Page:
Let us focus on the positiveness of anticipation like a brand new year. A new year brings with it a clean slate of time, a whole 366 days unscathed with events, good or bad. Yes, 366 days instead of our standard 365 days because 2012 is a leap year. We get an extra day. That is exciting, is it not? Of course, we have to wait until February 29. Anticipation, enthusiasm, looking ahead…do those in any way take away from now? Does it take away from being in the moment? I suppose it could especially if you are anticipating something neutral or negative like a doctor’s appointment or tax day? Hey, but we get that extra day in February, right?
Looking ahead with enthusiasm can be enriching as you live in the moment because right now you can see yourself in a state of bliss doing any future event or activity as you choose, like vacationing on a beach of your choice or having your book accepted by a renowned publishing house. Do we not live in anticipation of each new moment? Or do we dread the next moment? I propose that is totally up to you. For me I look forward to each and every moment where I can choose to do and feel whatever I choose. Why not anticipate? Anticipate the joy of the next moment as you enjoy this moment…and this moment….and this moment. It does go on and on does it not?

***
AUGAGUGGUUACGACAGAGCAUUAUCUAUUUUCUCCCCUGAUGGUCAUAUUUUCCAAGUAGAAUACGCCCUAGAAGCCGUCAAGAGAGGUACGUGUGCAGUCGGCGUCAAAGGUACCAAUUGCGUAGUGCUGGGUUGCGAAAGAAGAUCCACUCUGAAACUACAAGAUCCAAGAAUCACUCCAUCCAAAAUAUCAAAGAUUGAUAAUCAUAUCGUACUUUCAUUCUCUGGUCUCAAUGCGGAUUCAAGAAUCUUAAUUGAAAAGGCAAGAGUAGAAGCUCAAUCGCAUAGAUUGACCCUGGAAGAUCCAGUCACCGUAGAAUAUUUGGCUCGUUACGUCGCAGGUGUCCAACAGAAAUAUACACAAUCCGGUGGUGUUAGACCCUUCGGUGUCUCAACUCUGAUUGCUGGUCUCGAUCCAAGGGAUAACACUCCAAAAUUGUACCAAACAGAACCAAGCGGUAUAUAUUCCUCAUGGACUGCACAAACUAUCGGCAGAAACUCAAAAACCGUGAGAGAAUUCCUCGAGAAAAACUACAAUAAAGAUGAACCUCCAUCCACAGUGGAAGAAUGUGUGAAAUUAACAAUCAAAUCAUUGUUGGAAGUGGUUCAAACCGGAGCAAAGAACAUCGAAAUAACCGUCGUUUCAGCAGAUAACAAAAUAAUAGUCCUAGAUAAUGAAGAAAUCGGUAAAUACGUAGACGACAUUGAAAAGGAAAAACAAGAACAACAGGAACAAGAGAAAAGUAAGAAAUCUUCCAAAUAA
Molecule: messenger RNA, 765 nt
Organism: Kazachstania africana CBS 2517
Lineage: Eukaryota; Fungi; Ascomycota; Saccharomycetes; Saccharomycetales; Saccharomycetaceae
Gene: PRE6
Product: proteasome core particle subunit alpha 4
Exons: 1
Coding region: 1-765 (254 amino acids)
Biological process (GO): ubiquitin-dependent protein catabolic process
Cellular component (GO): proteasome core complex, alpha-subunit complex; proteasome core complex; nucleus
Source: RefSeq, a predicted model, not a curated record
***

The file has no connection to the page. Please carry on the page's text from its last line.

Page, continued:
Anticipation can be fun. I propose that even those future events in our lives that seem less positive can be visualized with joy. For example, anticipating a session with the dentist can be visualized as seeing yourself with a clean, bright smile with minimal amount of probing and prodding because you followed through everyday (hopefully after each meal and before bedtime) taking care of your teeth that is brushing and flossing with enthusiasm in anticipation of going to the dentist so your appointment would be more pleasurable. Hey, how amazing is that? Do you see how your anticipation prepares you and guides your actions? You can do things now that will influence and create your anticipated future. Happy anticipating 2012!